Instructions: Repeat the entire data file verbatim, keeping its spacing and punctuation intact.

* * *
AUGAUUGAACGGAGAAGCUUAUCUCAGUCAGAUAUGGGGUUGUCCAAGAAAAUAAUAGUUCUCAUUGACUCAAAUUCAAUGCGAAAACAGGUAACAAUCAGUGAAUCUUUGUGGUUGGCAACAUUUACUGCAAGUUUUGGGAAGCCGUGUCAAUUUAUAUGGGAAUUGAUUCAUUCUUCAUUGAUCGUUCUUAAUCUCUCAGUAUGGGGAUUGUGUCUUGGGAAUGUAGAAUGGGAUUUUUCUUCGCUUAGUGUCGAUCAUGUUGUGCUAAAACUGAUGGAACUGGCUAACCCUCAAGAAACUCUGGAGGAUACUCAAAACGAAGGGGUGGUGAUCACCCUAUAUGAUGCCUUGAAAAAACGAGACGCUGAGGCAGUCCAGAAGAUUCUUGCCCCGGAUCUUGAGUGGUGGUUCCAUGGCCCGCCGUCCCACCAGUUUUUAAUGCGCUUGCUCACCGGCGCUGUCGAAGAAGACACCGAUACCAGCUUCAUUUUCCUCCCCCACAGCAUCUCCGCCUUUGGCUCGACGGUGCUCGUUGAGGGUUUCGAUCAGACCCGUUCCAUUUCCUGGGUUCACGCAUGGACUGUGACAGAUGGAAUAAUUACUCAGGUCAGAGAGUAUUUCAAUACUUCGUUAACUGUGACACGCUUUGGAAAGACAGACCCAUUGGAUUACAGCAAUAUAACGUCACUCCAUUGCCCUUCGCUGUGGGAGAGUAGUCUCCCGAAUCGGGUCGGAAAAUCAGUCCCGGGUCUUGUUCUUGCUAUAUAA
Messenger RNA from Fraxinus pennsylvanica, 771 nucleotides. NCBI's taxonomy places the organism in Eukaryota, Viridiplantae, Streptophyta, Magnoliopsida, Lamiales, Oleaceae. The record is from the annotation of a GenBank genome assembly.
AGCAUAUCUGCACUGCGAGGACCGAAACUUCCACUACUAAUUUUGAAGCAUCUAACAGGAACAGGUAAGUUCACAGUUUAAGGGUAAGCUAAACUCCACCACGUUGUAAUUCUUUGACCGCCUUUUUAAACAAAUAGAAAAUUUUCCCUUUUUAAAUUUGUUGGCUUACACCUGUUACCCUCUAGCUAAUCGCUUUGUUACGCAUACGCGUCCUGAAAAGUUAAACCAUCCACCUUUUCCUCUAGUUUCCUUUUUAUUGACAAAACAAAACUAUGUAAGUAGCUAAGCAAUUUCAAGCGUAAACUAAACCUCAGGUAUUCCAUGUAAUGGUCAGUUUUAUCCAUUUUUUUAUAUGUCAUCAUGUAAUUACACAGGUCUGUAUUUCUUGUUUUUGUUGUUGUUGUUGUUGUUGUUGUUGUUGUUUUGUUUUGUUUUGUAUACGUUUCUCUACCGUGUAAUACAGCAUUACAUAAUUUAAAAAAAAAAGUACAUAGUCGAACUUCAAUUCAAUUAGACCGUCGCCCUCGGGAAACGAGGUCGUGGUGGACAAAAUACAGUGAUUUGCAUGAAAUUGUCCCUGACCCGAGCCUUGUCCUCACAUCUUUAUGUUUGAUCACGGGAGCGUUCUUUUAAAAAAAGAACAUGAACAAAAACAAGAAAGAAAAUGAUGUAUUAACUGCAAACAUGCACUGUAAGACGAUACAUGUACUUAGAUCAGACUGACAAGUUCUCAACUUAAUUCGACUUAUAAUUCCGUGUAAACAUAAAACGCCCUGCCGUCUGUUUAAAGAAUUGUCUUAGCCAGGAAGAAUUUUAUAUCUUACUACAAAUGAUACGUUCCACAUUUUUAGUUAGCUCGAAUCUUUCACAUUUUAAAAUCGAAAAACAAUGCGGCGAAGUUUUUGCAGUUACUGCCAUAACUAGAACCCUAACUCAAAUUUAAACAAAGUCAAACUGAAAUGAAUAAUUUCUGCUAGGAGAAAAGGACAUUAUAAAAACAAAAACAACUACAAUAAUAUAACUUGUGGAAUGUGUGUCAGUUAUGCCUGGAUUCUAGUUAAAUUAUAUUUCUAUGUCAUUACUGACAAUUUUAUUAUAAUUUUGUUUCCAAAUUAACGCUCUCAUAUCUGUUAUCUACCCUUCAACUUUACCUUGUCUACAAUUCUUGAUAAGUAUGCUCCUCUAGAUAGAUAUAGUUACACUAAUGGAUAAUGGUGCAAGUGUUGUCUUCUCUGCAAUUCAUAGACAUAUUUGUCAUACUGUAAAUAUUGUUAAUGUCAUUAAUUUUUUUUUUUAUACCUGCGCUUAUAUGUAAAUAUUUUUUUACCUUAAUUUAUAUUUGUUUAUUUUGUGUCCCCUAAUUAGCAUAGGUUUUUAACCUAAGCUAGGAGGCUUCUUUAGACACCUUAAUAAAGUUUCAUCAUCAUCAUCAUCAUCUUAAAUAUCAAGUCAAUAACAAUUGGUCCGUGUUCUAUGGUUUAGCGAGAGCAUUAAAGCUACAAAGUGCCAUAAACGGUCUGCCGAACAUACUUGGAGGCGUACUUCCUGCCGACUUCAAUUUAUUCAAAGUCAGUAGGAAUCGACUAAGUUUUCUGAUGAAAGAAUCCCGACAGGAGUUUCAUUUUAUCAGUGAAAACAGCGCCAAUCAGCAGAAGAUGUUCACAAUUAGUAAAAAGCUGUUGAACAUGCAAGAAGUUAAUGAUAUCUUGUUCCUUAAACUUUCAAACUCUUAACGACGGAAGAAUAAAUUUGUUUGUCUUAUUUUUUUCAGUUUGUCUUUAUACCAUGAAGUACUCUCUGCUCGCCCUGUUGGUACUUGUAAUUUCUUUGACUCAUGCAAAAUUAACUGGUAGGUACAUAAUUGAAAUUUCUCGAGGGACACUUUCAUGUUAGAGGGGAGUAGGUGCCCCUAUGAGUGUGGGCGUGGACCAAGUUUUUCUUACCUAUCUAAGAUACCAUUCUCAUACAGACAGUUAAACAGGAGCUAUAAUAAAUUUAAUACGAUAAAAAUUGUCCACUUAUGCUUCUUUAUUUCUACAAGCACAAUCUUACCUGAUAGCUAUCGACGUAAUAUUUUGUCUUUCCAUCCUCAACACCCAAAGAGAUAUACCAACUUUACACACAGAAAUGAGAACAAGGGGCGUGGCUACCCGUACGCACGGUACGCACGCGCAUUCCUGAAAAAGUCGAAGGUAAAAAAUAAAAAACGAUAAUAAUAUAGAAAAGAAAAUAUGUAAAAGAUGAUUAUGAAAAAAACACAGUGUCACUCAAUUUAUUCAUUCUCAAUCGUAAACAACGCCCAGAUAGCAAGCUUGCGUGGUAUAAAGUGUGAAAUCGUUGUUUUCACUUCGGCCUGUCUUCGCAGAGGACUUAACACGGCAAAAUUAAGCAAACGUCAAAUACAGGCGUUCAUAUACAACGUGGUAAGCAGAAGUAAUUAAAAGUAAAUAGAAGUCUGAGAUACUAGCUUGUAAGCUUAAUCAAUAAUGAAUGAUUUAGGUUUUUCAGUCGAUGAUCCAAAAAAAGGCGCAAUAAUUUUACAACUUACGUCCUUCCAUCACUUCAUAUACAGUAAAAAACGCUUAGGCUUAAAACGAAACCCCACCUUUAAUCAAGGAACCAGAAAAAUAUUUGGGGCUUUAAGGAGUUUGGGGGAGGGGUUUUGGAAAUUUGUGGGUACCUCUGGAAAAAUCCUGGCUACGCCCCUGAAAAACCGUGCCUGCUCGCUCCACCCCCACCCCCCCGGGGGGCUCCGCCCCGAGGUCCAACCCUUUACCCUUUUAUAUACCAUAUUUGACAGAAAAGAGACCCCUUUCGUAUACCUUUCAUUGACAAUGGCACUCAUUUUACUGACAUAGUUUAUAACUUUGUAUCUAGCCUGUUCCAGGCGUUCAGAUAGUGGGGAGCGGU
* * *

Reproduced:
AUGAUUGAACGGAGAAGCUUAUCUCAGUCAGAUAUGGGGUUGUCCAAGAAAAUAAUAGUUCUCAUUGACUCAAAUUCAAUGCGAAAACAGGUAACAAUCAGUGAAUCUUUGUGGUUGGCAACAUUUACUGCAAGUUUUGGGAAGCCGUGUCAAUUUAUAUGGGAAUUGAUUCAUUCUUCAUUGAUCGUUCUUAAUCUCUCAGUAUGGGGAUUGUGUCUUGGGAAUGUAGAAUGGGAUUUUUCUUCGCUUAGUGUCGAUCAUGUUGUGCUAAAACUGAUGGAACUGGCUAACCCUCAAGAAACUCUGGAGGAUACUCAAAACGAAGGGGUGGUGAUCACCCUAUAUGAUGCCUUGAAAAAACGAGACGCUGAGGCAGUCCAGAAGAUUCUUGCCCCGGAUCUUGAGUGGUGGUUCCAUGGCCCGCCGUCCCACCAGUUUUUAAUGCGCUUGCUCACCGGCGCUGUCGAAGAAGACACCGAUACCAGCUUCAUUUUCCUCCCCCACAGCAUCUCCGCCUUUGGCUCGACGGUGCUCGUUGAGGGUUUCGAUCAGACCCGUUCCAUUUCCUGGGUUCACGCAUGGACUGUGACAGAUGGAAUAAUUACUCAGGUCAGAGAGUAUUUCAAUACUUCGUUAACUGUGACACGCUUUGGAAAGACAGACCCAUUGGAUUACAGCAAUAUAACGUCACUCCAUUGCCCUUCGCUGUGGGAGAGUAGUCUCCCGAAUCGGGUCGGAAAAUCAGUCCCGGGUCUUGUUCUUGCUAUAUAA
Messenger RNA from Fraxinus pennsylvanica, 771 nucleotides. NCBI's taxonomy places the organism in Eukaryota, Viridiplantae, Streptophyta, Magnoliopsida, Lamiales, Oleaceae. The record is from the annotation of a GenBank genome assembly.
AGCAUAUCUGCACUGCGAGGACCGAAACUUCCACUACUAAUUUUGAAGCAUCUAACAGGAACAGGUAAGUUCACAGUUUAAGGGUAAGCUAAACUCCACCACGUUGUAAUUCUUUGACCGCCUUUUUAAACAAAUAGAAAAUUUUCCCUUUUUAAAUUUGUUGGCUUACACCUGUUACCCUCUAGCUAAUCGCUUUGUUACGCAUACGCGUCCUGAAAAGUUAAACCAUCCACCUUUUCCUCUAGUUUCCUUUUUAUUGACAAAACAAAACUAUGUAAGUAGCUAAGCAAUUUCAAGCGUAAACUAAACCUCAGGUAUUCCAUGUAAUGGUCAGUUUUAUCCAUUUUUUUAUAUGUCAUCAUGUAAUUACACAGGUCUGUAUUUCUUGUUUUUGUUGUUGUUGUUGUUGUUGUUGUUGUUGUUUUGUUUUGUUUUGUAUACGUUUCUCUACCGUGUAAUACAGCAUUACAUAAUUUAAAAAAAAAAGUACAUAGUCGAACUUCAAUUCAAUUAGACCGUCGCCCUCGGGAAACGAGGUCGUGGUGGACAAAAUACAGUGAUUUGCAUGAAAUUGUCCCUGACCCGAGCCUUGUCCUCACAUCUUUAUGUUUGAUCACGGGAGCGUUCUUUUAAAAAAAGAACAUGAACAAAAACAAGAAAGAAAAUGAUGUAUUAACUGCAAACAUGCACUGUAAGACGAUACAUGUACUUAGAUCAGACUGACAAGUUCUCAACUUAAUUCGACUUAUAAUUCCGUGUAAACAUAAAACGCCCUGCCGUCUGUUUAAAGAAUUGUCUUAGCCAGGAAGAAUUUUAUAUCUUACUACAAAUGAUACGUUCCACAUUUUUAGUUAGCUCGAAUCUUUCACAUUUUAAAAUCGAAAAACAAUGCGGCGAAGUUUUUGCAGUUACUGCCAUAACUAGAACCCUAACUCAAAUUUAAACAAAGUCAAACUGAAAUGAAUAAUUUCUGCUAGGAGAAAAGGACAUUAUAAAAACAAAAACAACUACAAUAAUAUAACUUGUGGAAUGUGUGUCAGUUAUGCCUGGAUUCUAGUUAAAUUAUAUUUCUAUGUCAUUACUGACAAUUUUAUUAUAAUUUUGUUUCCAAAUUAACGCUCUCAUAUCUGUUAUCUACCCUUCAACUUUACCUUGUCUACAAUUCUUGAUAAGUAUGCUCCUCUAGAUAGAUAUAGUUACACUAAUGGAUAAUGGUGCAAGUGUUGUCUUCUCUGCAAUUCAUAGACAUAUUUGUCAUACUGUAAAUAUUGUUAAUGUCAUUAAUUUUUUUUUUUAUACCUGCGCUUAUAUGUAAAUAUUUUUUUACCUUAAUUUAUAUUUGUUUAUUUUGUGUCCCCUAAUUAGCAUAGGUUUUUAACCUAAGCUAGGAGGCUUCUUUAGACACCUUAAUAAAGUUUCAUCAUCAUCAUCAUCAUCUUAAAUAUCAAGUCAAUAACAAUUGGUCCGUGUUCUAUGGUUUAGCGAGAGCAUUAAAGCUACAAAGUGCCAUAAACGGUCUGCCGAACAUACUUGGAGGCGUACUUCCUGCCGACUUCAAUUUAUUCAAAGUCAGUAGGAAUCGACUAAGUUUUCUGAUGAAAGAAUCCCGACAGGAGUUUCAUUUUAUCAGUGAAAACAGCGCCAAUCAGCAGAAGAUGUUCACAAUUAGUAAAAAGCUGUUGAACAUGCAAGAAGUUAAUGAUAUCUUGUUCCUUAAACUUUCAAACUCUUAACGACGGAAGAAUAAAUUUGUUUGUCUUAUUUUUUUCAGUUUGUCUUUAUACCAUGAAGUACUCUCUGCUCGCCCUGUUGGUACUUGUAAUUUCUUUGACUCAUGCAAAAUUAACUGGUAGGUACAUAAUUGAAAUUUCUCGAGGGACACUUUCAUGUUAGAGGGGAGUAGGUGCCCCUAUGAGUGUGGGCGUGGACCAAGUUUUUCUUACCUAUCUAAGAUACCAUUCUCAUACAGACAGUUAAACAGGAGCUAUAAUAAAUUUAAUACGAUAAAAAUUGUCCACUUAUGCUUCUUUAUUUCUACAAGCACAAUCUUACCUGAUAGCUAUCGACGUAAUAUUUUGUCUUUCCAUCCUCAACACCCAAAGAGAUAUACCAACUUUACACACAGAAAUGAGAACAAGGGGCGUGGCUACCCGUACGCACGGUACGCACGCGCAUUCCUGAAAAAGUCGAAGGUAAAAAAUAAAAAACGAUAAUAAUAUAGAAAAGAAAAUAUGUAAAAGAUGAUUAUGAAAAAAACACAGUGUCACUCAAUUUAUUCAUUCUCAAUCGUAAACAACGCCCAGAUAGCAAGCUUGCGUGGUAUAAAGUGUGAAAUCGUUGUUUUCACUUCGGCCUGUCUUCGCAGAGGACUUAACACGGCAAAAUUAAGCAAACGUCAAAUACAGGCGUUCAUAUACAACGUGGUAAGCAGAAGUAAUUAAAAGUAAAUAGAAGUCUGAGAUACUAGCUUGUAAGCUUAAUCAAUAAUGAAUGAUUUAGGUUUUUCAGUCGAUGAUCCAAAAAAAGGCGCAAUAAUUUUACAACUUACGUCCUUCCAUCACUUCAUAUACAGUAAAAAACGCUUAGGCUUAAAACGAAACCCCACCUUUAAUCAAGGAACCAGAAAAAUAUUUGGGGCUUUAAGGAGUUUGGGGGAGGGGUUUUGGAAAUUUGUGGGUACCUCUGGAAAAAUCCUGGCUACGCCCCUGAAAAACCGUGCCUGCUCGCUCCACCCCCACCCCCCCGGGGGGCUCCGCCCCGAGGUCCAACCCUUUACCCUUUUAUAUACCAUAUUUGACAGAAAAGAGACCCCUUUCGUAUACCUUUCAUUGACAAUGGCACUCAUUUUACUGACAUAGUUUAUAACUUUGUAUCUAGCCUGUUCCAGGCGUUCAGAUAGUGGGGAGCGGU